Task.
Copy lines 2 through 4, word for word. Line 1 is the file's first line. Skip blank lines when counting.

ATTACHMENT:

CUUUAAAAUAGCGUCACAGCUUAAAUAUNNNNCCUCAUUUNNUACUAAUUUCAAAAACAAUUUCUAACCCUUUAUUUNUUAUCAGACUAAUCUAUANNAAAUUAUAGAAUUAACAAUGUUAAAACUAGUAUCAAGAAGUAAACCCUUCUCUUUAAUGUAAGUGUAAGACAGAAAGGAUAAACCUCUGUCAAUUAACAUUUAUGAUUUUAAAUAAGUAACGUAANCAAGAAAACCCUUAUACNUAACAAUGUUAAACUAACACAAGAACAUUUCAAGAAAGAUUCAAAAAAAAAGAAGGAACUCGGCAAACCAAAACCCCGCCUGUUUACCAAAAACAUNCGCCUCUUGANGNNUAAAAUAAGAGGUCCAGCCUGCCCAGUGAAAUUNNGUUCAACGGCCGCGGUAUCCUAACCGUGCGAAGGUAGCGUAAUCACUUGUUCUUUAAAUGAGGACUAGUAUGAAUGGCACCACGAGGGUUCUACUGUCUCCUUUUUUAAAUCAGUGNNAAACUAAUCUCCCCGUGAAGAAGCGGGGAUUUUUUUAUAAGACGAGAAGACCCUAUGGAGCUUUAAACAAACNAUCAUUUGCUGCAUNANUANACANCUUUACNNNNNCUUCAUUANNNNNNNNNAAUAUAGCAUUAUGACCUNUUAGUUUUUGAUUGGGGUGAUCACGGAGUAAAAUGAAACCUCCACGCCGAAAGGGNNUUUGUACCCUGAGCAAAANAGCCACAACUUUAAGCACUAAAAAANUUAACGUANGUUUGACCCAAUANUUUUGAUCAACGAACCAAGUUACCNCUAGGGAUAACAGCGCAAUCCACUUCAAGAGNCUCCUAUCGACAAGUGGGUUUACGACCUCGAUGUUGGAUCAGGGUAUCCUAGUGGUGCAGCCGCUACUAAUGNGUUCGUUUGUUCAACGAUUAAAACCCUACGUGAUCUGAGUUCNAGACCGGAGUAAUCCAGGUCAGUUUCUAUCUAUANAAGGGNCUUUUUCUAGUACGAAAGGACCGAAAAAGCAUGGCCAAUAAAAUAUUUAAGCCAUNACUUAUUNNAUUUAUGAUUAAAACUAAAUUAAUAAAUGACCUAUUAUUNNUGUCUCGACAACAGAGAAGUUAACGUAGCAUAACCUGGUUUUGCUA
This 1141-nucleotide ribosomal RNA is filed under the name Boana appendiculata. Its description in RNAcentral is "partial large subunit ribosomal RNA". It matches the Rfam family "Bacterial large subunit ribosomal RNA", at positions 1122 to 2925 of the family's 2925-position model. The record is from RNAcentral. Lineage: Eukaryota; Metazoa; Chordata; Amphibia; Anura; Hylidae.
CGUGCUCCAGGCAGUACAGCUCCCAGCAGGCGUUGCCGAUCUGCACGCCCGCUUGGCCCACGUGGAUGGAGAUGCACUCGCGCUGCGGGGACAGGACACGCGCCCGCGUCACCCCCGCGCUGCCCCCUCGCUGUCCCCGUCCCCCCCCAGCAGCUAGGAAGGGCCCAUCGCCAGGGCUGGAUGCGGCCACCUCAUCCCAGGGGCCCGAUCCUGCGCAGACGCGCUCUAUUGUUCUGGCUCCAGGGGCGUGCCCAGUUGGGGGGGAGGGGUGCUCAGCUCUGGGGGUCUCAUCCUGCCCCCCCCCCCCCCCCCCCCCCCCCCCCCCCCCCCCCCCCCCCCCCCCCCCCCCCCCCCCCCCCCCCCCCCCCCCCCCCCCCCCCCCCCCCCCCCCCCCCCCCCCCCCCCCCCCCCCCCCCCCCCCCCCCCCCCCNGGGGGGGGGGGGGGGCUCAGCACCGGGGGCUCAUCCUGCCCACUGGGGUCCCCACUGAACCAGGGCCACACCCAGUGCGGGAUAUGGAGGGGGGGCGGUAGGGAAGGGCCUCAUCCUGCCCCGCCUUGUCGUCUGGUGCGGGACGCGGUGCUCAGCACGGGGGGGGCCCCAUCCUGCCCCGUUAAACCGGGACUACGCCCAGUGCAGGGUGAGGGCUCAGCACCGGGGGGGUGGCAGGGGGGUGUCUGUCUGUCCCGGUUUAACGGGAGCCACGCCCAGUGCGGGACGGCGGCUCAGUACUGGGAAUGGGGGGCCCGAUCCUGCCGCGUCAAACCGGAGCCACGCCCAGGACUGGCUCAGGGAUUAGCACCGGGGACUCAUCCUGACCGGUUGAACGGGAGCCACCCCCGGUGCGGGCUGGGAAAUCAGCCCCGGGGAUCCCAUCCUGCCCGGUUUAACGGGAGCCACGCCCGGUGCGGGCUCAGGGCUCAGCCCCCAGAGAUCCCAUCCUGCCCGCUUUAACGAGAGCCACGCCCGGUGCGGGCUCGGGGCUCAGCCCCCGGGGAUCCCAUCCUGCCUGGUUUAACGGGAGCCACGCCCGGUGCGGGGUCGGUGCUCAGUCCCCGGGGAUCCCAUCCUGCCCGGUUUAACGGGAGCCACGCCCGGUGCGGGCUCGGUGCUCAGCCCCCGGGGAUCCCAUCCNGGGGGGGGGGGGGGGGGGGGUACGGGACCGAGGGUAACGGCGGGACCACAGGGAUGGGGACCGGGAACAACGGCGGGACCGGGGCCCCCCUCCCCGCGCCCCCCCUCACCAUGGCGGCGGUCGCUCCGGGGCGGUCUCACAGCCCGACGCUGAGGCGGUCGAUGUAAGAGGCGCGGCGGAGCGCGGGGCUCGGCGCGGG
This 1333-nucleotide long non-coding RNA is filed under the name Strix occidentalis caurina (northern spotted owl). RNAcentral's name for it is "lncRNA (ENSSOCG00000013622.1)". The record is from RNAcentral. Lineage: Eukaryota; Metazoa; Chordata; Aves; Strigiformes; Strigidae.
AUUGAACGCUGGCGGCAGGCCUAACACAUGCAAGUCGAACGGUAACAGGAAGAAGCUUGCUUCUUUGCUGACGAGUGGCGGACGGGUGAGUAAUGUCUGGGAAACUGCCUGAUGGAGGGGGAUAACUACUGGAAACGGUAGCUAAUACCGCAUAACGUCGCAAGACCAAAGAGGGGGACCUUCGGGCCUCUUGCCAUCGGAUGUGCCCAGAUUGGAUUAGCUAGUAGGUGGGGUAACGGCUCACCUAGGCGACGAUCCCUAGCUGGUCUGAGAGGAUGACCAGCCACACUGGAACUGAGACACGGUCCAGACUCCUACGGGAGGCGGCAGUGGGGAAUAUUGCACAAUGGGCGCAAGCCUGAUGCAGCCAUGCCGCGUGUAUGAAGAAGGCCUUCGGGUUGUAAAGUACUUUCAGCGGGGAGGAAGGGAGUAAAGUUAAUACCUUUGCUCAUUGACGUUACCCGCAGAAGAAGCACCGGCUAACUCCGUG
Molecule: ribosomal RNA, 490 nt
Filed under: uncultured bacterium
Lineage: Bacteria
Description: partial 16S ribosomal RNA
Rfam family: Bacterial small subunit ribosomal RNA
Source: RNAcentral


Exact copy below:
This 1141-nucleotide ribosomal RNA is filed under the name Boana appendiculata. Its description in RNAcentral is "partial large subunit ribosomal RNA". It matches the Rfam family "Bacterial large subunit ribosomal RNA", at positions 1122 to 2925 of the family's 2925-position model. The record is from RNAcentral. Lineage: Eukaryota; Metazoa; Chordata; Amphibia; Anura; Hylidae.
CGUGCUCCAGGCAGUACAGCUCCCAGCAGGCGUUGCCGAUCUGCACGCCCGCUUGGCCCACGUGGAUGGAGAUGCACUCGCGCUGCGGGGACAGGACACGCGCCCGCGUCACCCCCGCGCUGCCCCCUCGCUGUCCCCGUCCCCCCCCAGCAGCUAGGAAGGGCCCAUCGCCAGGGCUGGAUGCGGCCACCUCAUCCCAGGGGCCCGAUCCUGCGCAGACGCGCUCUAUUGUUCUGGCUCCAGGGGCGUGCCCAGUUGGGGGGGAGGGGUGCUCAGCUCUGGGGGUCUCAUCCUGCCCCCCCCCCCCCCCCCCCCCCCCCCCCCCCCCCCCCCCCCCCCCCCCCCCCCCCCCCCCCCCCCCCCCCCCCCCCCCCCCCCCCCCCCCCCCCCCCCCCCCCCCCCCCCCCCCCCCCCCCCCCCCCCCCCCCCCNGGGGGGGGGGGGGGGCUCAGCACCGGGGGCUCAUCCUGCCCACUGGGGUCCCCACUGAACCAGGGCCACACCCAGUGCGGGAUAUGGAGGGGGGGCGGUAGGGAAGGGCCUCAUCCUGCCCCGCCUUGUCGUCUGGUGCGGGACGCGGUGCUCAGCACGGGGGGGGCCCCAUCCUGCCCCGUUAAACCGGGACUACGCCCAGUGCAGGGUGAGGGCUCAGCACCGGGGGGGUGGCAGGGGGGUGUCUGUCUGUCCCGGUUUAACGGGAGCCACGCCCAGUGCGGGACGGCGGCUCAGUACUGGGAAUGGGGGGCCCGAUCCUGCCGCGUCAAACCGGAGCCACGCCCAGGACUGGCUCAGGGAUUAGCACCGGGGACUCAUCCUGACCGGUUGAACGGGAGCCACCCCCGGUGCGGGCUGGGAAAUCAGCCCCGGGGAUCCCAUCCUGCCCGGUUUAACGGGAGCCACGCCCGGUGCGGGCUCAGGGCUCAGCCCCCAGAGAUCCCAUCCUGCCCGCUUUAACGAGAGCCACGCCCGGUGCGGGCUCGGGGCUCAGCCCCCGGGGAUCCCAUCCUGCCUGGUUUAACGGGAGCCACGCCCGGUGCGGGGUCGGUGCUCAGUCCCCGGGGAUCCCAUCCUGCCCGGUUUAACGGGAGCCACGCCCGGUGCGGGCUCGGUGCUCAGCCCCCGGGGAUCCCAUCCNGGGGGGGGGGGGGGGGGGGGUACGGGACCGAGGGUAACGGCGGGACCACAGGGAUGGGGACCGGGAACAACGGCGGGACCGGGGCCCCCCUCCCCGCGCCCCCCCUCACCAUGGCGGCGGUCGCUCCGGGGCGGUCUCACAGCCCGACGCUGAGGCGGUCGAUGUAAGAGGCGCGGCGGAGCGCGGGGCUCGGCGCGGG
This 1333-nucleotide long non-coding RNA is filed under the name Strix occidentalis caurina (northern spotted owl). RNAcentral's name for it is "lncRNA (ENSSOCG00000013622.1)". The record is from RNAcentral. Lineage: Eukaryota; Metazoa; Chordata; Aves; Strigiformes; Strigidae.